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Abstract & Commentary
Synopsis: Sacral stress fractures should be considered as a possible cause of low back pain in female athletes, especially in the face of menstrual and dietary irregularities.
Source: Johnson AW, et al. Am J Sports Med. 2001;29(4):498-508.
Low back pain is a common complaint among many athletes. The pain may emanate from the low back or may be referred from another site. The purpose of this study is to report on several patients with an uncommon site for a stress fracture. This article presents 5 Division 1 NCAA athletes and 3 other athletes age 19-45 years old with prolonged low back pain. All athletes complained of vague low back pain that failed to respond to routine NSAID agents. Plain radiographs, CT, MRI, bone scans, and bone density studies were ordered on most patients. Menstrual history and diet history were evaluated.
All patients were premenopausal and all bone density studies were above the fracture level. The average time until the athletes returned to their preinjury activity level was 8 months. The most likely identifiable risk factors were an increase in the activity level, inadequate caloric intake, and abnormal menstrual histories.
COMMENT BY JAMES R. SLAUTERBECK, MD
Both low back pain and stress fractures are common in athletes. In athletes with persistent low back pain failing routine nonoperative management, most physicians would consider looking for stress fractures in the pars intrarticulartis but might not consider the sacrum as a potential site. I wonder how many runners, on whom I have ordered a CT scan to rule out a spondylolysis, completed a full dietary and menstrual history, lab, and radiographic work-up only to result in the grab-bag diagnosis of mechanical low back pain, were sent back to running with a sacral stress fracture?
Low back pain can be either musculoskeletal or non-musculoskeletal, ie, discogenic vs. gynecological. Stress fractures can be 1 of 2 types—insufficiency or fatigue. Fatigue stress fractures occur in normal bone and insufficiency fractures occur in osteopenic bone. Therefore, in the work-up for low back pain in running female athletes, one must obtain a good running, menstrual, and dietary history to determine the type of stress fracture.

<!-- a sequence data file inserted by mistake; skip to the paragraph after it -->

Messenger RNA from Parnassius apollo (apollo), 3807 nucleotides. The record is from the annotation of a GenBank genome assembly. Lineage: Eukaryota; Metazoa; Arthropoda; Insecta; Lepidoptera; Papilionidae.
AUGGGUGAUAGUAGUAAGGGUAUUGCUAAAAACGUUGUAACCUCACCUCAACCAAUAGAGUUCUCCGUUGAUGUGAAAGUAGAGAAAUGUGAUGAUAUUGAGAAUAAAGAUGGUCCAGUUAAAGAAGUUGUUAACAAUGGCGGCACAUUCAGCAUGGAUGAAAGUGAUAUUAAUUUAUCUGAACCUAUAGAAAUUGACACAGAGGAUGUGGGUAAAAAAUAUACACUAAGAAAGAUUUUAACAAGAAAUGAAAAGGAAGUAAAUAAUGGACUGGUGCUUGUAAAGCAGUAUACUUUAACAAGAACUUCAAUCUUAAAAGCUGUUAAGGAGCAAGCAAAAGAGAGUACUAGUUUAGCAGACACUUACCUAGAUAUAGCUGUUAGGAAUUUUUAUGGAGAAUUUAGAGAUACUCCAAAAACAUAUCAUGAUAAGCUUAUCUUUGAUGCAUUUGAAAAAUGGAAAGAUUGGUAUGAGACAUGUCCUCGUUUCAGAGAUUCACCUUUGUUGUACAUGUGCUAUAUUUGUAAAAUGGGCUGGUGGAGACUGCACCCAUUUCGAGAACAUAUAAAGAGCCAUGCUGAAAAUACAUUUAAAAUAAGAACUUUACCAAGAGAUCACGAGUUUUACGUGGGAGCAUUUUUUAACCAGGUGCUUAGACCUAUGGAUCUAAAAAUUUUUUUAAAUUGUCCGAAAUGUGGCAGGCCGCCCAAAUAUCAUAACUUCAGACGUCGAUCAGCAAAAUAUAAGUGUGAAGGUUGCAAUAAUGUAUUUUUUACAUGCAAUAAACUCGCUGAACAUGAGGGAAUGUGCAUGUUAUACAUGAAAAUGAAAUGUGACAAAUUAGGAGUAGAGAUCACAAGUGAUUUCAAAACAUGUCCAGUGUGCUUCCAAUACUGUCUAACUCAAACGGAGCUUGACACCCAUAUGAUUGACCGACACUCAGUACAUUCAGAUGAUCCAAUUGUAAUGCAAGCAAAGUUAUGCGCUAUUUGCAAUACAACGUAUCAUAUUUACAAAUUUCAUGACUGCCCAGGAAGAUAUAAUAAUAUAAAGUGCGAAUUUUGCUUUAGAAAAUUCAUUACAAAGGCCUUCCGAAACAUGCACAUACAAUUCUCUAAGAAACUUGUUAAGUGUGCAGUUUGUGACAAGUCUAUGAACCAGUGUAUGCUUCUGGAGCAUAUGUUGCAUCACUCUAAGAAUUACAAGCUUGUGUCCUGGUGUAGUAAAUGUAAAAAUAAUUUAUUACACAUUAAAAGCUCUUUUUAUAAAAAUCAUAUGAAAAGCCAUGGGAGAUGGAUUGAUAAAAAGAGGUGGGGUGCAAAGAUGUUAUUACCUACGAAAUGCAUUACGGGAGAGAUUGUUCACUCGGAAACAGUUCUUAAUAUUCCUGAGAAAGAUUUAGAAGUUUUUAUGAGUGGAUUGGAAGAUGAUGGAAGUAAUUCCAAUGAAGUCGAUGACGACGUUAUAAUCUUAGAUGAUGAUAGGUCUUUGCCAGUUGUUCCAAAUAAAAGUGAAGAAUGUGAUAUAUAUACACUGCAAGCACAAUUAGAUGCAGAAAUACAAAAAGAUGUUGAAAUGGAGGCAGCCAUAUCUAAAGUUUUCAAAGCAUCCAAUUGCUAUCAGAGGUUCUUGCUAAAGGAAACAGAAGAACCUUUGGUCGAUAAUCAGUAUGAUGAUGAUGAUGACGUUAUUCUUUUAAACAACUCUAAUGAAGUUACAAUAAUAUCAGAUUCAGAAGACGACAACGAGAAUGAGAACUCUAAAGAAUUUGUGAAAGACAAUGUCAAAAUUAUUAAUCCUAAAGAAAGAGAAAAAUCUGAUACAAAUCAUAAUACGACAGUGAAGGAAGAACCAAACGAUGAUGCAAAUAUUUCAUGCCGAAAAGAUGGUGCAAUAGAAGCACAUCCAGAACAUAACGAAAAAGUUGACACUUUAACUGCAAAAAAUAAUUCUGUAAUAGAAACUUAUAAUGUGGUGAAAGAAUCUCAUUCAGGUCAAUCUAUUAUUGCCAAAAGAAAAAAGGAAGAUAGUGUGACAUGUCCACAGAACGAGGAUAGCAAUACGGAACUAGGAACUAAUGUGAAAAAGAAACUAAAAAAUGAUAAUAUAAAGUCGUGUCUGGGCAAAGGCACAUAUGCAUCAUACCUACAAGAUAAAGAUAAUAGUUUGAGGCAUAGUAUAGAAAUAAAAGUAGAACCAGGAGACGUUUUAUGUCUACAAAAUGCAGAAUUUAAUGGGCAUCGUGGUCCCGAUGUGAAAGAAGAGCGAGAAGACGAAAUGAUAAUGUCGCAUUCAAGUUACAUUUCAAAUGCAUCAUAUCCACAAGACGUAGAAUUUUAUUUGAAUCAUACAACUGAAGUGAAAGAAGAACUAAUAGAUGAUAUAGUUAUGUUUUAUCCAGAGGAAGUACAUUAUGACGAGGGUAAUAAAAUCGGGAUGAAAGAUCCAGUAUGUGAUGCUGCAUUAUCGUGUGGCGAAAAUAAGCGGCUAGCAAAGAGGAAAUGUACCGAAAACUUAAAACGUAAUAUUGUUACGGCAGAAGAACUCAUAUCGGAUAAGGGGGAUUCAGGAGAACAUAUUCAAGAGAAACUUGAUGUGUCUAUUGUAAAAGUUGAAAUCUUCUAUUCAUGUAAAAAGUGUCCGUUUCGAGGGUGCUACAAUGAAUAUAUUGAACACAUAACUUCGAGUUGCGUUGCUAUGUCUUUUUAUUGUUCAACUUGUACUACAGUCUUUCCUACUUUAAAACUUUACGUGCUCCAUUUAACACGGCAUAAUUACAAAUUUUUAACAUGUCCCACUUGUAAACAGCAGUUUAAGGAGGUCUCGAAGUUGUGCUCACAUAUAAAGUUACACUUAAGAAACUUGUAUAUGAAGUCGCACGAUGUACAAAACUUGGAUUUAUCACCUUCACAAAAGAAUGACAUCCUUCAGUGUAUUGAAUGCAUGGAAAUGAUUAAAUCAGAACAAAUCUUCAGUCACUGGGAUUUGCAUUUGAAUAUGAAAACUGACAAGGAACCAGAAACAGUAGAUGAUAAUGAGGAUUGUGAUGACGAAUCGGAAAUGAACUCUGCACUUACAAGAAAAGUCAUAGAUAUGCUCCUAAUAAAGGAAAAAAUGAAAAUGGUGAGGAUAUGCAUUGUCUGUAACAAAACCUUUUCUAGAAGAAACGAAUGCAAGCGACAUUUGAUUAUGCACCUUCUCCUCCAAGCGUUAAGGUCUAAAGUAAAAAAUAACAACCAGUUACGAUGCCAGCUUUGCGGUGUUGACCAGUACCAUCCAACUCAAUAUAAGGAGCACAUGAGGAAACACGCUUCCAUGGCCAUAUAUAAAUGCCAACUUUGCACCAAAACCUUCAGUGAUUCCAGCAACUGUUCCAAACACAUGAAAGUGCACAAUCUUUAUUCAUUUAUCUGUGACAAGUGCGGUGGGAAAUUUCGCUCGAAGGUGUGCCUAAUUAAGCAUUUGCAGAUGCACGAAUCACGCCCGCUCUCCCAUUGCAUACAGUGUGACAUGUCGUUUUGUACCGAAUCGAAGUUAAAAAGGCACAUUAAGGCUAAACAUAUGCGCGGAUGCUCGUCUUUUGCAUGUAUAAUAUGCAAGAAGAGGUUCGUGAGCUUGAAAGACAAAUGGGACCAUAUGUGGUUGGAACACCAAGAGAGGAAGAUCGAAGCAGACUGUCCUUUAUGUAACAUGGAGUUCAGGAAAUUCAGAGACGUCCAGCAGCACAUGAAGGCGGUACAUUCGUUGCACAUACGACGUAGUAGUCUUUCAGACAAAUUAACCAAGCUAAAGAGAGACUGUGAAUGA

Aggressive management of these athletes with fatigue stress fractures by obtaining proper history, performing a thorough exam, using consultation with a gynecologist, and aggressively treating the athlete with appropriate rest will return an athlete to full activity. If insufficiency fractures are present, one should consider aggressive medical management for the osteopenia by a qualified physician added to the above. I recommend an early bone scan or MRI in athletes after routine screening radiographs are negative followed by a CT for localization and definition of the fracture. Additionally, bone density studies are important to determine if insufficiency or fatigue stress fractures are present to help guide treatment. The long-term effects of amenorrhea, diet disorders, and osteopenia can lead to devastating osteoporosis later in life. Nutritional and psychological assessment and treatment can be life altering or saving in some cases. Isolated treatment of only the stress fracture in these elite athletes will be fraught with frustration between the coach, athletes, and physician.
Runner’s chronic complaints often can lull the physician into a state of complacency, which can prolong successful treatment of overuse syndromes. Runners’ sacral stress fractures are now on my radar screen for low back pain in athletes.